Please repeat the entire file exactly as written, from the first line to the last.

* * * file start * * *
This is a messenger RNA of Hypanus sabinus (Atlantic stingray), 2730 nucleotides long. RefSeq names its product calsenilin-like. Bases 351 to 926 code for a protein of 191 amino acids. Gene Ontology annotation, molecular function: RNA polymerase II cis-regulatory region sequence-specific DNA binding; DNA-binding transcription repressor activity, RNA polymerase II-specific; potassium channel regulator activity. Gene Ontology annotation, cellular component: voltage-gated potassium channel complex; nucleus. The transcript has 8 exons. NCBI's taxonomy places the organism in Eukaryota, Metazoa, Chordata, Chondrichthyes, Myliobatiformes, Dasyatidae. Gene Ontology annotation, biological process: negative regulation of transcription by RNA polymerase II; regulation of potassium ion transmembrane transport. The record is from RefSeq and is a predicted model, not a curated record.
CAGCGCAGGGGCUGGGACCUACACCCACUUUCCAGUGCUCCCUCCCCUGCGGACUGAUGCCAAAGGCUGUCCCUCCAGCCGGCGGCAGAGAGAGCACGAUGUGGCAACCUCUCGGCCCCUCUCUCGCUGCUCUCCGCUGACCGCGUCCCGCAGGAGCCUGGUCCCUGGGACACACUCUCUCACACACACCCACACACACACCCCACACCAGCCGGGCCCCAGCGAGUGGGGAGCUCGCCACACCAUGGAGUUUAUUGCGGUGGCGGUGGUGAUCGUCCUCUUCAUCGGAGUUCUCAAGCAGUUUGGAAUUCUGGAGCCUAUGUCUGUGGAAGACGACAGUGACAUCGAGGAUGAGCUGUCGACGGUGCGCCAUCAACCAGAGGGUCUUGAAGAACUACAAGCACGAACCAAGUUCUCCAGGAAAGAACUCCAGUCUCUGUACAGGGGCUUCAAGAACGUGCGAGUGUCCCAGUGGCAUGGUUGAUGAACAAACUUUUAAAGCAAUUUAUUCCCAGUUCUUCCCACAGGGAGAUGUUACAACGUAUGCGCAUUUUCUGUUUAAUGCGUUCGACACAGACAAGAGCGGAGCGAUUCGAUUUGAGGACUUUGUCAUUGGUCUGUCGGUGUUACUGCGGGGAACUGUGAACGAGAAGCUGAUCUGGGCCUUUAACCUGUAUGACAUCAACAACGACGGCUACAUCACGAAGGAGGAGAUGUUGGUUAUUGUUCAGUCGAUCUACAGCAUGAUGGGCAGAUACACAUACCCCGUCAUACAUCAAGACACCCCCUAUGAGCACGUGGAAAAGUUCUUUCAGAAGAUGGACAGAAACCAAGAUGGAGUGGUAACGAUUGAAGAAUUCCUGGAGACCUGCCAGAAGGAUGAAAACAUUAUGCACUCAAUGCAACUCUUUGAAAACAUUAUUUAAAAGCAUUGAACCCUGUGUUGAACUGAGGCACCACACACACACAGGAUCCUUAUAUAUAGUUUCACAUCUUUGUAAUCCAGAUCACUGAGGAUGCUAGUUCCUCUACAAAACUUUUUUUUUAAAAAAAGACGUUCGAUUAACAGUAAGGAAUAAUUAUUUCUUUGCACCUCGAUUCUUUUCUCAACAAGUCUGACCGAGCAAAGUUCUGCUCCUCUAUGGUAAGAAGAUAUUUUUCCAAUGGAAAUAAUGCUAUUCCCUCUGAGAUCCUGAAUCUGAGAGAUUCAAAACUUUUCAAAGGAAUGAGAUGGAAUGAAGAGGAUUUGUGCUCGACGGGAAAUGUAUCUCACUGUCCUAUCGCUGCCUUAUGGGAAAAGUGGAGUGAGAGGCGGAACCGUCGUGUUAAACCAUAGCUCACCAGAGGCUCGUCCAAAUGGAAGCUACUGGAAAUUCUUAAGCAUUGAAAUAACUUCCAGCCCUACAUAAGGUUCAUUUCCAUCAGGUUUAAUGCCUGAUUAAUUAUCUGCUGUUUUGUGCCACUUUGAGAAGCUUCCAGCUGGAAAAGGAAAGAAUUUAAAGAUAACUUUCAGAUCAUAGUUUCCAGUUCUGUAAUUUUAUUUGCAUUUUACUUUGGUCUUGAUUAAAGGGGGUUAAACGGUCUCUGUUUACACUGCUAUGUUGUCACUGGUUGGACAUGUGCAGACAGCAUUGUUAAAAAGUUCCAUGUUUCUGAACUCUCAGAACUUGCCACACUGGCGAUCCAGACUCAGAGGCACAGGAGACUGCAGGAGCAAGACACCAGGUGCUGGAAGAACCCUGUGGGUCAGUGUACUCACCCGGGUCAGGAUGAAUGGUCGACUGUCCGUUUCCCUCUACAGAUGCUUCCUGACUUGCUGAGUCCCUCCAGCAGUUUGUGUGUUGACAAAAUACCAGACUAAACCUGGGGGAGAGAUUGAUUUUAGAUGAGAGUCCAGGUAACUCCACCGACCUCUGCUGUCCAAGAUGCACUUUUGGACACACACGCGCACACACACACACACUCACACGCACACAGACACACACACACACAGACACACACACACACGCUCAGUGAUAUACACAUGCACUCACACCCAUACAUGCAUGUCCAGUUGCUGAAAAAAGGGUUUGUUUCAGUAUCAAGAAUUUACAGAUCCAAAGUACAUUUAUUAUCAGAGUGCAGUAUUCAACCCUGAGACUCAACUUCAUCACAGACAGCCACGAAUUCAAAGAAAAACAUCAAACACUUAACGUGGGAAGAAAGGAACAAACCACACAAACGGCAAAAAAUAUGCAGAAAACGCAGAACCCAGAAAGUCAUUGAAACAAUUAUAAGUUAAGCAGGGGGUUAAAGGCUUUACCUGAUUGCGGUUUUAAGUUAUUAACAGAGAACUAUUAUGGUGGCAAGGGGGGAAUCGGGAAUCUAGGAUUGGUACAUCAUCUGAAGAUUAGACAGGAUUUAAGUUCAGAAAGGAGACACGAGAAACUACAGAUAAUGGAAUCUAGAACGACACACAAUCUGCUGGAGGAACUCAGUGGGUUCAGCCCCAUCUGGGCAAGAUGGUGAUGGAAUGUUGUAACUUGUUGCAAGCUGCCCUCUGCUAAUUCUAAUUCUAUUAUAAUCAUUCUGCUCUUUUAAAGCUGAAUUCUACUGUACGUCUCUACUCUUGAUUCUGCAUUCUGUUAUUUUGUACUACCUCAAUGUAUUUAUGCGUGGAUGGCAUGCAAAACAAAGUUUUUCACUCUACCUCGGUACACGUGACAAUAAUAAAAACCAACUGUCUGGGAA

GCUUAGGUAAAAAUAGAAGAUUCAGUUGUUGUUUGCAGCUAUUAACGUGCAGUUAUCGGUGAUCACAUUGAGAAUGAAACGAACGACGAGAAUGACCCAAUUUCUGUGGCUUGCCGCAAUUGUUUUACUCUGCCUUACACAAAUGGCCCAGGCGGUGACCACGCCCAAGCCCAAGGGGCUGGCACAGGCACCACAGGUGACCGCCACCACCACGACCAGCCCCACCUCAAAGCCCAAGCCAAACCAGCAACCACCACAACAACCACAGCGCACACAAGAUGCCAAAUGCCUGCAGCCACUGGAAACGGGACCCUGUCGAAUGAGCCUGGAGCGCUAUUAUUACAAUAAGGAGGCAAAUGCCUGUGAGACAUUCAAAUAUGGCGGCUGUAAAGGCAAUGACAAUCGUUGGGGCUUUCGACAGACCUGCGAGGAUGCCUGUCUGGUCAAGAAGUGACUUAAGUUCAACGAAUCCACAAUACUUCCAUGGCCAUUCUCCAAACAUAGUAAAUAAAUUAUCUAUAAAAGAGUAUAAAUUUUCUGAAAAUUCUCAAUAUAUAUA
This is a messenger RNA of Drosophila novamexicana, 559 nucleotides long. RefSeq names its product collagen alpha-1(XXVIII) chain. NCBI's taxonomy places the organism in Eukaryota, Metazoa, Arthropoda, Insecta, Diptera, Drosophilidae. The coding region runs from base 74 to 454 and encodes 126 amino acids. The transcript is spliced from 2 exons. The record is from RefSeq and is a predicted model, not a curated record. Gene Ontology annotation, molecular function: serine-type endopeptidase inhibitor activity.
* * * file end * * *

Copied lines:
This is a messenger RNA of Hypanus sabinus (Atlantic stingray), 2730 nucleotides long. RefSeq names its product calsenilin-like. Bases 351 to 926 code for a protein of 191 amino acids. Gene Ontology annotation, molecular function: RNA polymerase II cis-regulatory region sequence-specific DNA binding; DNA-binding transcription repressor activity, RNA polymerase II-specific; potassium channel regulator activity. Gene Ontology annotation, cellular component: voltage-gated potassium channel complex; nucleus. The transcript has 8 exons. NCBI's taxonomy places the organism in Eukaryota, Metazoa, Chordata, Chondrichthyes, Myliobatiformes, Dasyatidae. Gene Ontology annotation, biological process: negative regulation of transcription by RNA polymerase II; regulation of potassium ion transmembrane transport. The record is from RefSeq and is a predicted model, not a curated record.
CAGCGCAGGGGCUGGGACCUACACCCACUUUCCAGUGCUCCCUCCCCUGCGGACUGAUGCCAAAGGCUGUCCCUCCAGCCGGCGGCAGAGAGAGCACGAUGUGGCAACCUCUCGGCCCCUCUCUCGCUGCUCUCCGCUGACCGCGUCCCGCAGGAGCCUGGUCCCUGGGACACACUCUCUCACACACACCCACACACACACCCCACACCAGCCGGGCCCCAGCGAGUGGGGAGCUCGCCACACCAUGGAGUUUAUUGCGGUGGCGGUGGUGAUCGUCCUCUUCAUCGGAGUUCUCAAGCAGUUUGGAAUUCUGGAGCCUAUGUCUGUGGAAGACGACAGUGACAUCGAGGAUGAGCUGUCGACGGUGCGCCAUCAACCAGAGGGUCUUGAAGAACUACAAGCACGAACCAAGUUCUCCAGGAAAGAACUCCAGUCUCUGUACAGGGGCUUCAAGAACGUGCGAGUGUCCCAGUGGCAUGGUUGAUGAACAAACUUUUAAAGCAAUUUAUUCCCAGUUCUUCCCACAGGGAGAUGUUACAACGUAUGCGCAUUUUCUGUUUAAUGCGUUCGACACAGACAAGAGCGGAGCGAUUCGAUUUGAGGACUUUGUCAUUGGUCUGUCGGUGUUACUGCGGGGAACUGUGAACGAGAAGCUGAUCUGGGCCUUUAACCUGUAUGACAUCAACAACGACGGCUACAUCACGAAGGAGGAGAUGUUGGUUAUUGUUCAGUCGAUCUACAGCAUGAUGGGCAGAUACACAUACCCCGUCAUACAUCAAGACACCCCCUAUGAGCACGUGGAAAAGUUCUUUCAGAAGAUGGACAGAAACCAAGAUGGAGUGGUAACGAUUGAAGAAUUCCUGGAGACCUGCCAGAAGGAUGAAAACAUUAUGCACUCAAUGCAACUCUUUGAAAACAUUAUUUAAAAGCAUUGAACCCUGUGUUGAACUGAGGCACCACACACACACAGGAUCCUUAUAUAUAGUUUCACAUCUUUGUAAUCCAGAUCACUGAGGAUGCUAGUUCCUCUACAAAACUUUUUUUUUAAAAAAAGACGUUCGAUUAACAGUAAGGAAUAAUUAUUUCUUUGCACCUCGAUUCUUUUCUCAACAAGUCUGACCGAGCAAAGUUCUGCUCCUCUAUGGUAAGAAGAUAUUUUUCCAAUGGAAAUAAUGCUAUUCCCUCUGAGAUCCUGAAUCUGAGAGAUUCAAAACUUUUCAAAGGAAUGAGAUGGAAUGAAGAGGAUUUGUGCUCGACGGGAAAUGUAUCUCACUGUCCUAUCGCUGCCUUAUGGGAAAAGUGGAGUGAGAGGCGGAACCGUCGUGUUAAACCAUAGCUCACCAGAGGCUCGUCCAAAUGGAAGCUACUGGAAAUUCUUAAGCAUUGAAAUAACUUCCAGCCCUACAUAAGGUUCAUUUCCAUCAGGUUUAAUGCCUGAUUAAUUAUCUGCUGUUUUGUGCCACUUUGAGAAGCUUCCAGCUGGAAAAGGAAAGAAUUUAAAGAUAACUUUCAGAUCAUAGUUUCCAGUUCUGUAAUUUUAUUUGCAUUUUACUUUGGUCUUGAUUAAAGGGGGUUAAACGGUCUCUGUUUACACUGCUAUGUUGUCACUGGUUGGACAUGUGCAGACAGCAUUGUUAAAAAGUUCCAUGUUUCUGAACUCUCAGAACUUGCCACACUGGCGAUCCAGACUCAGAGGCACAGGAGACUGCAGGAGCAAGACACCAGGUGCUGGAAGAACCCUGUGGGUCAGUGUACUCACCCGGGUCAGGAUGAAUGGUCGACUGUCCGUUUCCCUCUACAGAUGCUUCCUGACUUGCUGAGUCCCUCCAGCAGUUUGUGUGUUGACAAAAUACCAGACUAAACCUGGGGGAGAGAUUGAUUUUAGAUGAGAGUCCAGGUAACUCCACCGACCUCUGCUGUCCAAGAUGCACUUUUGGACACACACGCGCACACACACACACACUCACACGCACACAGACACACACACACACAGACACACACACACACGCUCAGUGAUAUACACAUGCACUCACACCCAUACAUGCAUGUCCAGUUGCUGAAAAAAGGGUUUGUUUCAGUAUCAAGAAUUUACAGAUCCAAAGUACAUUUAUUAUCAGAGUGCAGUAUUCAACCCUGAGACUCAACUUCAUCACAGACAGCCACGAAUUCAAAGAAAAACAUCAAACACUUAACGUGGGAAGAAAGGAACAAACCACACAAACGGCAAAAAAUAUGCAGAAAACGCAGAACCCAGAAAGUCAUUGAAACAAUUAUAAGUUAAGCAGGGGGUUAAAGGCUUUACCUGAUUGCGGUUUUAAGUUAUUAACAGAGAACUAUUAUGGUGGCAAGGGGGGAAUCGGGAAUCUAGGAUUGGUACAUCAUCUGAAGAUUAGACAGGAUUUAAGUUCAGAAAGGAGACACGAGAAACUACAGAUAAUGGAAUCUAGAACGACACACAAUCUGCUGGAGGAACUCAGUGGGUUCAGCCCCAUCUGGGCAAGAUGGUGAUGGAAUGUUGUAACUUGUUGCAAGCUGCCCUCUGCUAAUUCUAAUUCUAUUAUAAUCAUUCUGCUCUUUUAAAGCUGAAUUCUACUGUACGUCUCUACUCUUGAUUCUGCAUUCUGUUAUUUUGUACUACCUCAAUGUAUUUAUGCGUGGAUGGCAUGCAAAACAAAGUUUUUCACUCUACCUCGGUACACGUGACAAUAAUAAAAACCAACUGUCUGGGAA

GCUUAGGUAAAAAUAGAAGAUUCAGUUGUUGUUUGCAGCUAUUAACGUGCAGUUAUCGGUGAUCACAUUGAGAAUGAAACGAACGACGAGAAUGACCCAAUUUCUGUGGCUUGCCGCAAUUGUUUUACUCUGCCUUACACAAAUGGCCCAGGCGGUGACCACGCCCAAGCCCAAGGGGCUGGCACAGGCACCACAGGUGACCGCCACCACCACGACCAGCCCCACCUCAAAGCCCAAGCCAAACCAGCAACCACCACAACAACCACAGCGCACACAAGAUGCCAAAUGCCUGCAGCCACUGGAAACGGGACCCUGUCGAAUGAGCCUGGAGCGCUAUUAUUACAAUAAGGAGGCAAAUGCCUGUGAGACAUUCAAAUAUGGCGGCUGUAAAGGCAAUGACAAUCGUUGGGGCUUUCGACAGACCUGCGAGGAUGCCUGUCUGGUCAAGAAGUGACUUAAGUUCAACGAAUCCACAAUACUUCCAUGGCCAUUCUCCAAACAUAGUAAAUAAAUUAUCUAUAAAAGAGUAUAAAUUUUCUGAAAAUUCUCAAUAUAUAUA
This is a messenger RNA of Drosophila novamexicana, 559 nucleotides long. RefSeq names its product collagen alpha-1(XXVIII) chain. NCBI's taxonomy places the organism in Eukaryota, Metazoa, Arthropoda, Insecta, Diptera, Drosophilidae. The coding region runs from base 74 to 454 and encodes 126 amino acids. The transcript is spliced from 2 exons. The record is from RefSeq and is a predicted model, not a curated record. Gene Ontology annotation, molecular function: serine-type endopeptidase inhibitor activity.